Your search team may choose the open stairway clearing method, using weapon domination and mirrors. Or you may choose to traverse together, one officer moving backwards, facing up toward the cutback area, while the other moves forward, facing the landing to the cutback as you both move simultaneously up the stairs.
If this is your preferred method, I strongly recommend the use of a mirror at the landing and cutback areas. Suspects can position themselves on a stair recess above where the search team is approaching and, with relative ease, conceal themselves until it is too late for the search team to effectively react to their presence.

When simultaneously moving up or down the stairs, move in a coordinated effort, slowly, systematically, and quietly. Maintain a distance of five feet to 10 feet between officers when tactically possible and present a low profile, with the cover officer offset from the search officer. Also, be sure to maintain officer separation and clear fields of fire, and remember to stay eight inches to 12 inches off the wall.
Note: Using the leapfrog method in a stairway can cause too much congestion, creating an officer safety issue of crossfire and jamming the search team together.

A final word about stairs. I do not recommend officers lie on their backs to clear a stairway. Although this tactic has been advocated by some, I feel it places the officer at a distinct disadvantage.

Lying on your back is not a natural position for moving in a tactical manner. When on your back, you have to think about how to push yourself up the stairway while trying to concentrate on what problem area you may be encountering, and this will cause you to lose the edge you need to stay alert to danger. Also, this position makes it extremely difficult to successfully maneuver out of danger if it presents itself.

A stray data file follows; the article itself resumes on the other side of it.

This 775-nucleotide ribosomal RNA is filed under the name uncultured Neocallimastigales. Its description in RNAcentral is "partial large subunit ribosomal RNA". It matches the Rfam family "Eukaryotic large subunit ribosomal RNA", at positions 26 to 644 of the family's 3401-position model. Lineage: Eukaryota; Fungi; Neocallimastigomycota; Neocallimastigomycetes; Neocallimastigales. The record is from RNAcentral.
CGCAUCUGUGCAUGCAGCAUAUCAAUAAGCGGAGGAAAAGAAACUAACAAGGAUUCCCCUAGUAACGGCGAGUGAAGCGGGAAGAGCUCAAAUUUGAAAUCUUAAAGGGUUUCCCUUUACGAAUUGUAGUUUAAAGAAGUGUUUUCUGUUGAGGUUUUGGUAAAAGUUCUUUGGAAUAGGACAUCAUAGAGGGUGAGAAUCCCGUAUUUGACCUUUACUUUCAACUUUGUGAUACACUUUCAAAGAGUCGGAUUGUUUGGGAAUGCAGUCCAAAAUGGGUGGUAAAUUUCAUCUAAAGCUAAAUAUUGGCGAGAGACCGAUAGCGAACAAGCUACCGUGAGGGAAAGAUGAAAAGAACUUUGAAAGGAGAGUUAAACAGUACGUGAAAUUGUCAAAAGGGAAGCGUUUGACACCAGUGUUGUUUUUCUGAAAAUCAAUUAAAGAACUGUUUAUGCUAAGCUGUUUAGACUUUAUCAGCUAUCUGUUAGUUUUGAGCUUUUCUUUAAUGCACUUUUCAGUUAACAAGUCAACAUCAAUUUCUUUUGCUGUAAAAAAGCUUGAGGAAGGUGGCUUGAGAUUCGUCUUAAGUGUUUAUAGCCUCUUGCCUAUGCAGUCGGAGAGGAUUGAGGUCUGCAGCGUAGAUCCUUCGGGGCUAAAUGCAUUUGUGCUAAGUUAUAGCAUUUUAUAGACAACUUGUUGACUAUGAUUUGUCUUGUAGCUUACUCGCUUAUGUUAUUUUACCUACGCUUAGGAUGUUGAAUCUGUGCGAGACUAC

When formulating the search plan, always consider that stairways may be present in the building. Discuss a possible stairway-clearing method before you make your entry.

Even if a building is just a single story, a stairway could exist. For example, the building may have an attic access, a basement, or a cellar that is unknown to the search team until entry has been made.

Above all else, take your time as you search stairways. Don’t hurry yourself and become frustrated because you can’t go up or down stairs in a normal manner.

Additional Safety Points

Regardless of which entry and clearing method you use, do not pass open or closed doorways, closets, or cupboards without searching and/or securing them first.

When doors are located across from each other, or so near each other that they prevent the search team from searching and securing them safely, the team must decide which room to enter first. Once that decision is made, wedge or tie off the opposite door or doors. Do this in such a manner that a suspect would have to use considerable force to open the door, allowing you to hear the disturbance and direct your attention to the threat.

The most important thing for you to remember when conducting a building search is to to never compromise officer safety for the sake of simplicity or to save time and effort. To accomplish the mission successfully, officer safety must not be jeopardized beyond the capabilities of the search team, or to the extent the risk is greater than the result.

Capt. James D. Stalnaker of the San Bernardino County (Calif.) Sheriff’s Department has more than 39 years of experience in law enforcement. He is an FBI-qualified sniper, a SWAT team leader, a law enforcement instructor, and a member of the TREXPO Advisory Board. He is also author of “Building Search: Tactics for the Patrol Officer,” available at